Costs of treating heart failure will likely double in 20 years

Costs of treating heart failure will likely double in 20 years

As the U.S. population ages, the number of heart failure patients may reach 8 million by 2030 and the trend will be costly, new analysis finds.

The report published online in the American Heart Association (AHA) journal Circulation this week, cited some sobering statistics.

It’s predicted the number of people with heart failure will rise 46 percent from 5 million people in 2012 to 8 million by 2030. And the cost of treating those patients may double from $31 billion in 2012 to $70 billion in 2030.

“If we don’t improve or reduce the incidence of heart failure by preventing and treating the underlying conditions, there will be a large monetary and health burden on the country,” said Paul A. Heidenreich, M.D., professor of medicine at Stanford University School of Medicine in a news release.

By 2030, every U.S. taxpayer could be paying $244 each year for heart failure expenses, the report said.

Not only are baby boomers moving into old age, but there is an increasing number of people with high blood pressure, diabetes and other conditions that contribute to heart failure, the report said.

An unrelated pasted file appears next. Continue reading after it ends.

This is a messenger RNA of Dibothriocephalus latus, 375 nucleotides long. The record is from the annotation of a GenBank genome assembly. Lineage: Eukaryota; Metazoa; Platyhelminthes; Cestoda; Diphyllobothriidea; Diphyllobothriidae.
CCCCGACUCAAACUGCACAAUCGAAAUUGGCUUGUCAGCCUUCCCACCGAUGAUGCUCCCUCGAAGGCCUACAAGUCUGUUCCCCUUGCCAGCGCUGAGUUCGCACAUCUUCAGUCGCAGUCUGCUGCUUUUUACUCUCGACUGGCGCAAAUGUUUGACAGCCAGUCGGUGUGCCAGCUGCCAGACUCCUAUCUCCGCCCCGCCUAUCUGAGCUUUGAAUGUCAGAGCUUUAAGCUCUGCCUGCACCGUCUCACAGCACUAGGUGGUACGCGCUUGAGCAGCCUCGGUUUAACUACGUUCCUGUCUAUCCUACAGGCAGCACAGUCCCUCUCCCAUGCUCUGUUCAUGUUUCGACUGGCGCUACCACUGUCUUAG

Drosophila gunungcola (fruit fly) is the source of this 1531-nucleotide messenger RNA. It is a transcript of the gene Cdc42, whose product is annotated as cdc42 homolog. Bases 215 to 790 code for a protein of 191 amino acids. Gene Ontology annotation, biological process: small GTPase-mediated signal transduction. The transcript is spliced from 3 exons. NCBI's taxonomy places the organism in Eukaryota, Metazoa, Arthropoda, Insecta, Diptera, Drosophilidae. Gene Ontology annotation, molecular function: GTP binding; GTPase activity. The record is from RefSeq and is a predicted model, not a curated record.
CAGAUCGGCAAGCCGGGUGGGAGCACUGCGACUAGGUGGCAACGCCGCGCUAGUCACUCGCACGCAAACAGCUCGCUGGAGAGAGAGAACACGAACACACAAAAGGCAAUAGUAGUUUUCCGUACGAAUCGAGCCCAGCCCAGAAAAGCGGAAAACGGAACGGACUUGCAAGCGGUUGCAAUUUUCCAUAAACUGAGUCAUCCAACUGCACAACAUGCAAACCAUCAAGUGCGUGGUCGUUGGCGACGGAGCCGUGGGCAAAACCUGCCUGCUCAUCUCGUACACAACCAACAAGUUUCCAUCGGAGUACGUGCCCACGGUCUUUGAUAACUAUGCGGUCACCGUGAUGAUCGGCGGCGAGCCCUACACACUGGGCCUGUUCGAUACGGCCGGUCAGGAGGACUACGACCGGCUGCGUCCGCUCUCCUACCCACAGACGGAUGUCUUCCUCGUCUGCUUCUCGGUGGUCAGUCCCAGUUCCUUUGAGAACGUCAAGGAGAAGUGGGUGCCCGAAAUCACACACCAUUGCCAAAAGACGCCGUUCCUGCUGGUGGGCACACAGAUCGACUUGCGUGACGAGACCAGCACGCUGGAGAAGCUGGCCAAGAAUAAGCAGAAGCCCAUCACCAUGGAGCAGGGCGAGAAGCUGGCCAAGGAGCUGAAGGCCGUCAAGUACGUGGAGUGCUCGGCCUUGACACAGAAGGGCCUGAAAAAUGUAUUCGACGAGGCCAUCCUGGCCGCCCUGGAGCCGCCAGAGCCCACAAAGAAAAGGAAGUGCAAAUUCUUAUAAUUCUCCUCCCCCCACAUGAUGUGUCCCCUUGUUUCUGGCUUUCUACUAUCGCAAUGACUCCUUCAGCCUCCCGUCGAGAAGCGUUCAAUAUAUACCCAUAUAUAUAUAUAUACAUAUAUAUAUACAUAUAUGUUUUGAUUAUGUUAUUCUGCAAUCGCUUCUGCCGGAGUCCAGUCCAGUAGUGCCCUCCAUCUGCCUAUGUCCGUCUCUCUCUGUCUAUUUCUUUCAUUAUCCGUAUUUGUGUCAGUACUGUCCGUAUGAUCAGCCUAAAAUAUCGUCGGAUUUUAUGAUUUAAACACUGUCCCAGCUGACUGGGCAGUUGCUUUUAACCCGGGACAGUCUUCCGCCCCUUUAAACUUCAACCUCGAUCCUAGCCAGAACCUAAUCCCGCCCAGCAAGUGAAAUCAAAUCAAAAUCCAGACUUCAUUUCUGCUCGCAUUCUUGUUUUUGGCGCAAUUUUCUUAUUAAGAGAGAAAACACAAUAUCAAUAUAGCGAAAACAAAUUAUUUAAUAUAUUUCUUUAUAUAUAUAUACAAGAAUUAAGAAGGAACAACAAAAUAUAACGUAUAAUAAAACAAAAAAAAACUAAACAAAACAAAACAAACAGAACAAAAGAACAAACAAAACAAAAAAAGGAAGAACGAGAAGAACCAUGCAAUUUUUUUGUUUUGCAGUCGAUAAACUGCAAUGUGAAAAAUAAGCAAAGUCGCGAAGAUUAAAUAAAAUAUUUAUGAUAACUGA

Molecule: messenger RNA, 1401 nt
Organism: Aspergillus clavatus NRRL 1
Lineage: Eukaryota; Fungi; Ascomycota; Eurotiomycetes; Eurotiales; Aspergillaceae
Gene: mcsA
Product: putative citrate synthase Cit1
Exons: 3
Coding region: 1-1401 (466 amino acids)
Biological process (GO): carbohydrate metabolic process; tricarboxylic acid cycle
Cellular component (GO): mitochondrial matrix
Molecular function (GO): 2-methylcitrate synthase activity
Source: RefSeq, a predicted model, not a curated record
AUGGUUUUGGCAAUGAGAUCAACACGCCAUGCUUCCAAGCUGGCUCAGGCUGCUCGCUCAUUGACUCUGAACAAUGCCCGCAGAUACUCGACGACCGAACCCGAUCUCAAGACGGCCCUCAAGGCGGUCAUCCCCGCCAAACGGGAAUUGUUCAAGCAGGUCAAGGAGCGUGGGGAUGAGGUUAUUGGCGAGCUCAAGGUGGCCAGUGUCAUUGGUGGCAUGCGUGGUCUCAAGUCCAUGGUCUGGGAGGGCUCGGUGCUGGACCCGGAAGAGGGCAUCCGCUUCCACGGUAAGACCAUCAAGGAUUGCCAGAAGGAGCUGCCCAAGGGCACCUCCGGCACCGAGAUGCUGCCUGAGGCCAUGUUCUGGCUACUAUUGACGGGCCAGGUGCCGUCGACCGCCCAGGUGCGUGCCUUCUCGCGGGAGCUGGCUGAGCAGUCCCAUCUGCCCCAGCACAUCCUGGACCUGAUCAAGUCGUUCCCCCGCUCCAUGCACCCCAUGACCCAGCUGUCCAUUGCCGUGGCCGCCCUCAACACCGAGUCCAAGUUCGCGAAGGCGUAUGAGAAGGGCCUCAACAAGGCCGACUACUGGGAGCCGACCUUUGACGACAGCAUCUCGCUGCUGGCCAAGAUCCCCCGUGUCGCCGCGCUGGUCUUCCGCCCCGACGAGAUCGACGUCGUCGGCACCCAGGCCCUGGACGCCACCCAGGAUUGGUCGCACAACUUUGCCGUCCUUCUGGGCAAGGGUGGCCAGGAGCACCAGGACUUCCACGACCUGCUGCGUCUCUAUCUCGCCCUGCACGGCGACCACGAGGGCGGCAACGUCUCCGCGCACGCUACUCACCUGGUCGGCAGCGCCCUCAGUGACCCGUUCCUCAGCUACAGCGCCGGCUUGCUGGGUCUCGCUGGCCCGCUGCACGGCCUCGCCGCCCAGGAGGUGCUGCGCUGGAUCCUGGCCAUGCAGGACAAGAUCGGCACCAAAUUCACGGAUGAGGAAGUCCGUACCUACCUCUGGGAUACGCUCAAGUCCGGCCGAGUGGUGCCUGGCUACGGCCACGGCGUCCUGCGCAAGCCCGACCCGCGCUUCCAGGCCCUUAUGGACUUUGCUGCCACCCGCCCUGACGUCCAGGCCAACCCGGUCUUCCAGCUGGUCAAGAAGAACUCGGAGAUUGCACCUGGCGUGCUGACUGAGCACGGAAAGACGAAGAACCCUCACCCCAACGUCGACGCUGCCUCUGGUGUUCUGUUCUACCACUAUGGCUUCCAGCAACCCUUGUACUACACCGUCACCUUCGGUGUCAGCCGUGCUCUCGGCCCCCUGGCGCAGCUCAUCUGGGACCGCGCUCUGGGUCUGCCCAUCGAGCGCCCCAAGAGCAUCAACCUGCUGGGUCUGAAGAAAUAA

The AHA says that heart failure is the leading cause of hospitalization for Americans over age 65. The life-threatening condition happens when the heart is weakened from high blood pressure, heart disease or other factors and has trouble pumping blood through the body.

The condition is particularly prevalent among older people.

“Heart failure is a disease of the elderly,” Heidenreich said. “Because our population is aging, it will become more common and the cost to treat heart failure will become a significant burden to the United States over the next 20 years unless something is done to reduce the age-specific incidence.”

The report offered ideas on how to lessen the impact and better manage the increasing number of Americans with the problem including improving care coordination among physicians and clinicians, and improving access to palliative and hospice for patients in late stages, among other ideas.

Dr. Vincent Bufalino, vice president of cardiovascular services at Advocate Health Care, says he hopes the report raises awareness about the need to make a heart healthy lifestyle a priority.

“Some of the simplest changes can benefit our hearts in major ways,” Dr. Bufalino says. “Incorporating times of regular exercise, making efforts to reduce stress, minimizing your salt-intake and avoiding smoking can go a long way to keep our hearts in shape which is especially important as we age.”

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health enews Staff
health enews Staff

health enews staff is a group of experienced writers from our Advocate Aurora Health sites, which also includes freelance or intern writers.